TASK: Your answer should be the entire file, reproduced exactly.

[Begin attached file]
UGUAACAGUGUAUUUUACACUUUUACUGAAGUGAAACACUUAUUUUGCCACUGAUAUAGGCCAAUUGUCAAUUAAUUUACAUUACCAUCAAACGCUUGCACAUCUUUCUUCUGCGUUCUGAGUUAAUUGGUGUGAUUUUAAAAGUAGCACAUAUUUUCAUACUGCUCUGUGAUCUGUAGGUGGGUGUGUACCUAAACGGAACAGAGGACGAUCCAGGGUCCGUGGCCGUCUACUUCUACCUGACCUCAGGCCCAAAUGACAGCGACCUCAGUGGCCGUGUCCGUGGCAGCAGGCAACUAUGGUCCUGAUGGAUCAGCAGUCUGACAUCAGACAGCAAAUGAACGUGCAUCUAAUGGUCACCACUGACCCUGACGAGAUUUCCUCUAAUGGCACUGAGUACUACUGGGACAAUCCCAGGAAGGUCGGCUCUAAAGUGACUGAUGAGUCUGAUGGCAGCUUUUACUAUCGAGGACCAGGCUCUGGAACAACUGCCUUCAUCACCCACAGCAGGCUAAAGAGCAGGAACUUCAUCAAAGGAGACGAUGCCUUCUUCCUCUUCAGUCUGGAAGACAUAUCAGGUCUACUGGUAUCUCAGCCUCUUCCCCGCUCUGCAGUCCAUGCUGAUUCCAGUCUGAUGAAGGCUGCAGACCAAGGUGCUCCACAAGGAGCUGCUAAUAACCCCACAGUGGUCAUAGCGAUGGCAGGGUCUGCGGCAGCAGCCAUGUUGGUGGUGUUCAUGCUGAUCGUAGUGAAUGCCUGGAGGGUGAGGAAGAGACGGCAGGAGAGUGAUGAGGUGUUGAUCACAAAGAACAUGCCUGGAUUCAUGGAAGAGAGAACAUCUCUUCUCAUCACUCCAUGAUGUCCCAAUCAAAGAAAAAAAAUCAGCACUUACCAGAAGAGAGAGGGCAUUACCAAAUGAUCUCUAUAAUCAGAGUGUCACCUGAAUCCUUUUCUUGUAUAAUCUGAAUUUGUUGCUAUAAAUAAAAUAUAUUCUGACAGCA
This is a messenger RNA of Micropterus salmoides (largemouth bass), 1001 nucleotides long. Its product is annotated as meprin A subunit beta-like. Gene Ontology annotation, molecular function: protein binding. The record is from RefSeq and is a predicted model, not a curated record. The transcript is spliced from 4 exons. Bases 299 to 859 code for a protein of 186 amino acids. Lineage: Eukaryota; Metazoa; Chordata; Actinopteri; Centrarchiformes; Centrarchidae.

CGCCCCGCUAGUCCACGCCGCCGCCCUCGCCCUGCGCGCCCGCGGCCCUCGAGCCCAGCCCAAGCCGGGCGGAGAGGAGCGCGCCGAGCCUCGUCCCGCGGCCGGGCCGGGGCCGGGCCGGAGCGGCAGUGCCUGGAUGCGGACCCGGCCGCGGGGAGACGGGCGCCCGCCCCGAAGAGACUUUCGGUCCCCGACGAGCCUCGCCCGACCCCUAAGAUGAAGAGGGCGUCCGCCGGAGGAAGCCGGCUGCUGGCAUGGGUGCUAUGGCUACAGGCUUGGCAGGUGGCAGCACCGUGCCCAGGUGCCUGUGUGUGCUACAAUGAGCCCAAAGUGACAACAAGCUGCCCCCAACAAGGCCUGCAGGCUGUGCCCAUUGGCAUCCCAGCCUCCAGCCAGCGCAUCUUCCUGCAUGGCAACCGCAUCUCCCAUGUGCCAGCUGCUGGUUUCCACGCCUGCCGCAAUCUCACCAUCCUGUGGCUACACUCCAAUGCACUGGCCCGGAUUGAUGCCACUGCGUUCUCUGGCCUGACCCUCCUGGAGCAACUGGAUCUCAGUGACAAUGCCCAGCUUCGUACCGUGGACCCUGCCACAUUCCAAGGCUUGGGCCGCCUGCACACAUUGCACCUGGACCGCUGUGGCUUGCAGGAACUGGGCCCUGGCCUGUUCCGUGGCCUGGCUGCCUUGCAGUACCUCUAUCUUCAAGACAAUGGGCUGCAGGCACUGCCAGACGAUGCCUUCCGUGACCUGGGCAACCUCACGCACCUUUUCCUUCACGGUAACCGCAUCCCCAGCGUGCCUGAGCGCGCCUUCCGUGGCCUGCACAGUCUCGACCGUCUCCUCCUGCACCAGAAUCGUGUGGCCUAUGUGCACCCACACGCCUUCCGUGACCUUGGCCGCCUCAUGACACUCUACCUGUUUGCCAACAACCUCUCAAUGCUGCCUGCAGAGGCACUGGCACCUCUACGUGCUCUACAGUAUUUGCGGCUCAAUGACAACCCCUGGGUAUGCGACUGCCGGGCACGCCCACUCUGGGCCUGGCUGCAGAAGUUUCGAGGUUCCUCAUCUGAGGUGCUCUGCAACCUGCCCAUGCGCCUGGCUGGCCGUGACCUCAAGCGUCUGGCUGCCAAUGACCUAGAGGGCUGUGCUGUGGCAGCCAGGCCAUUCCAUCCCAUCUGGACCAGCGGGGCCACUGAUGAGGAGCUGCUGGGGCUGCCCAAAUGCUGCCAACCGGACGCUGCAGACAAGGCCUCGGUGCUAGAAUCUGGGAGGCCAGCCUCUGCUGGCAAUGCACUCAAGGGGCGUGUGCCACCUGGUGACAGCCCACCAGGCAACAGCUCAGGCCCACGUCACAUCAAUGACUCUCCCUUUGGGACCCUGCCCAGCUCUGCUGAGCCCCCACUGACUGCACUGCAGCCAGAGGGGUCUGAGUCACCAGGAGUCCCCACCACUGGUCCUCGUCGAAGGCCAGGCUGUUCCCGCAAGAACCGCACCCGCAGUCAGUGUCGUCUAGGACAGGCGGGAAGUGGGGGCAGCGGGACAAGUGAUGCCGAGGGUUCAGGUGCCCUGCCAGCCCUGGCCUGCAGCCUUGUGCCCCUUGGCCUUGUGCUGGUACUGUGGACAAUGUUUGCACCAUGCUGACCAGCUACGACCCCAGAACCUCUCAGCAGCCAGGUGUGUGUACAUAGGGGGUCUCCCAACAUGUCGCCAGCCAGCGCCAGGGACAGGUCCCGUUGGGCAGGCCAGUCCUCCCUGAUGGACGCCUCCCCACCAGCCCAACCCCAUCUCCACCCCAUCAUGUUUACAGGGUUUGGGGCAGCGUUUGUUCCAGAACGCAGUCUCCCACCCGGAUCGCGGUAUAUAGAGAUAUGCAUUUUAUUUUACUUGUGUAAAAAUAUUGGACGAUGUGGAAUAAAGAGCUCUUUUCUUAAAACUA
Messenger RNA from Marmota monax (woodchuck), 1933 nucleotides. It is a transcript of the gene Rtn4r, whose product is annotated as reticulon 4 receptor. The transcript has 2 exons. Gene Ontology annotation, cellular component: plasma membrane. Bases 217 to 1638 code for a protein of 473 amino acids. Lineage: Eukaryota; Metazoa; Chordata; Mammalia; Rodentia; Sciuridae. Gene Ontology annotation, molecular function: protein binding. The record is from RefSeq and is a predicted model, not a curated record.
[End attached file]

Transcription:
UGUAACAGUGUAUUUUACACUUUUACUGAAGUGAAACACUUAUUUUGCCACUGAUAUAGGCCAAUUGUCAAUUAAUUUACAUUACCAUCAAACGCUUGCACAUCUUUCUUCUGCGUUCUGAGUUAAUUGGUGUGAUUUUAAAAGUAGCACAUAUUUUCAUACUGCUCUGUGAUCUGUAGGUGGGUGUGUACCUAAACGGAACAGAGGACGAUCCAGGGUCCGUGGCCGUCUACUUCUACCUGACCUCAGGCCCAAAUGACAGCGACCUCAGUGGCCGUGUCCGUGGCAGCAGGCAACUAUGGUCCUGAUGGAUCAGCAGUCUGACAUCAGACAGCAAAUGAACGUGCAUCUAAUGGUCACCACUGACCCUGACGAGAUUUCCUCUAAUGGCACUGAGUACUACUGGGACAAUCCCAGGAAGGUCGGCUCUAAAGUGACUGAUGAGUCUGAUGGCAGCUUUUACUAUCGAGGACCAGGCUCUGGAACAACUGCCUUCAUCACCCACAGCAGGCUAAAGAGCAGGAACUUCAUCAAAGGAGACGAUGCCUUCUUCCUCUUCAGUCUGGAAGACAUAUCAGGUCUACUGGUAUCUCAGCCUCUUCCCCGCUCUGCAGUCCAUGCUGAUUCCAGUCUGAUGAAGGCUGCAGACCAAGGUGCUCCACAAGGAGCUGCUAAUAACCCCACAGUGGUCAUAGCGAUGGCAGGGUCUGCGGCAGCAGCCAUGUUGGUGGUGUUCAUGCUGAUCGUAGUGAAUGCCUGGAGGGUGAGGAAGAGACGGCAGGAGAGUGAUGAGGUGUUGAUCACAAAGAACAUGCCUGGAUUCAUGGAAGAGAGAACAUCUCUUCUCAUCACUCCAUGAUGUCCCAAUCAAAGAAAAAAAAUCAGCACUUACCAGAAGAGAGAGGGCAUUACCAAAUGAUCUCUAUAAUCAGAGUGUCACCUGAAUCCUUUUCUUGUAUAAUCUGAAUUUGUUGCUAUAAAUAAAAUAUAUUCUGACAGCA
This is a messenger RNA of Micropterus salmoides (largemouth bass), 1001 nucleotides long. Its product is annotated as meprin A subunit beta-like. Gene Ontology annotation, molecular function: protein binding. The record is from RefSeq and is a predicted model, not a curated record. The transcript is spliced from 4 exons. Bases 299 to 859 code for a protein of 186 amino acids. Lineage: Eukaryota; Metazoa; Chordata; Actinopteri; Centrarchiformes; Centrarchidae.

CGCCCCGCUAGUCCACGCCGCCGCCCUCGCCCUGCGCGCCCGCGGCCCUCGAGCCCAGCCCAAGCCGGGCGGAGAGGAGCGCGCCGAGCCUCGUCCCGCGGCCGGGCCGGGGCCGGGCCGGAGCGGCAGUGCCUGGAUGCGGACCCGGCCGCGGGGAGACGGGCGCCCGCCCCGAAGAGACUUUCGGUCCCCGACGAGCCUCGCCCGACCCCUAAGAUGAAGAGGGCGUCCGCCGGAGGAAGCCGGCUGCUGGCAUGGGUGCUAUGGCUACAGGCUUGGCAGGUGGCAGCACCGUGCCCAGGUGCCUGUGUGUGCUACAAUGAGCCCAAAGUGACAACAAGCUGCCCCCAACAAGGCCUGCAGGCUGUGCCCAUUGGCAUCCCAGCCUCCAGCCAGCGCAUCUUCCUGCAUGGCAACCGCAUCUCCCAUGUGCCAGCUGCUGGUUUCCACGCCUGCCGCAAUCUCACCAUCCUGUGGCUACACUCCAAUGCACUGGCCCGGAUUGAUGCCACUGCGUUCUCUGGCCUGACCCUCCUGGAGCAACUGGAUCUCAGUGACAAUGCCCAGCUUCGUACCGUGGACCCUGCCACAUUCCAAGGCUUGGGCCGCCUGCACACAUUGCACCUGGACCGCUGUGGCUUGCAGGAACUGGGCCCUGGCCUGUUCCGUGGCCUGGCUGCCUUGCAGUACCUCUAUCUUCAAGACAAUGGGCUGCAGGCACUGCCAGACGAUGCCUUCCGUGACCUGGGCAACCUCACGCACCUUUUCCUUCACGGUAACCGCAUCCCCAGCGUGCCUGAGCGCGCCUUCCGUGGCCUGCACAGUCUCGACCGUCUCCUCCUGCACCAGAAUCGUGUGGCCUAUGUGCACCCACACGCCUUCCGUGACCUUGGCCGCCUCAUGACACUCUACCUGUUUGCCAACAACCUCUCAAUGCUGCCUGCAGAGGCACUGGCACCUCUACGUGCUCUACAGUAUUUGCGGCUCAAUGACAACCCCUGGGUAUGCGACUGCCGGGCACGCCCACUCUGGGCCUGGCUGCAGAAGUUUCGAGGUUCCUCAUCUGAGGUGCUCUGCAACCUGCCCAUGCGCCUGGCUGGCCGUGACCUCAAGCGUCUGGCUGCCAAUGACCUAGAGGGCUGUGCUGUGGCAGCCAGGCCAUUCCAUCCCAUCUGGACCAGCGGGGCCACUGAUGAGGAGCUGCUGGGGCUGCCCAAAUGCUGCCAACCGGACGCUGCAGACAAGGCCUCGGUGCUAGAAUCUGGGAGGCCAGCCUCUGCUGGCAAUGCACUCAAGGGGCGUGUGCCACCUGGUGACAGCCCACCAGGCAACAGCUCAGGCCCACGUCACAUCAAUGACUCUCCCUUUGGGACCCUGCCCAGCUCUGCUGAGCCCCCACUGACUGCACUGCAGCCAGAGGGGUCUGAGUCACCAGGAGUCCCCACCACUGGUCCUCGUCGAAGGCCAGGCUGUUCCCGCAAGAACCGCACCCGCAGUCAGUGUCGUCUAGGACAGGCGGGAAGUGGGGGCAGCGGGACAAGUGAUGCCGAGGGUUCAGGUGCCCUGCCAGCCCUGGCCUGCAGCCUUGUGCCCCUUGGCCUUGUGCUGGUACUGUGGACAAUGUUUGCACCAUGCUGACCAGCUACGACCCCAGAACCUCUCAGCAGCCAGGUGUGUGUACAUAGGGGGUCUCCCAACAUGUCGCCAGCCAGCGCCAGGGACAGGUCCCGUUGGGCAGGCCAGUCCUCCCUGAUGGACGCCUCCCCACCAGCCCAACCCCAUCUCCACCCCAUCAUGUUUACAGGGUUUGGGGCAGCGUUUGUUCCAGAACGCAGUCUCCCACCCGGAUCGCGGUAUAUAGAGAUAUGCAUUUUAUUUUACUUGUGUAAAAAUAUUGGACGAUGUGGAAUAAAGAGCUCUUUUCUUAAAACUA
Messenger RNA from Marmota monax (woodchuck), 1933 nucleotides. It is a transcript of the gene Rtn4r, whose product is annotated as reticulon 4 receptor. The transcript has 2 exons. Gene Ontology annotation, cellular component: plasma membrane. Bases 217 to 1638 code for a protein of 473 amino acids. Lineage: Eukaryota; Metazoa; Chordata; Mammalia; Rodentia; Sciuridae. Gene Ontology annotation, molecular function: protein binding. The record is from RefSeq and is a predicted model, not a curated record.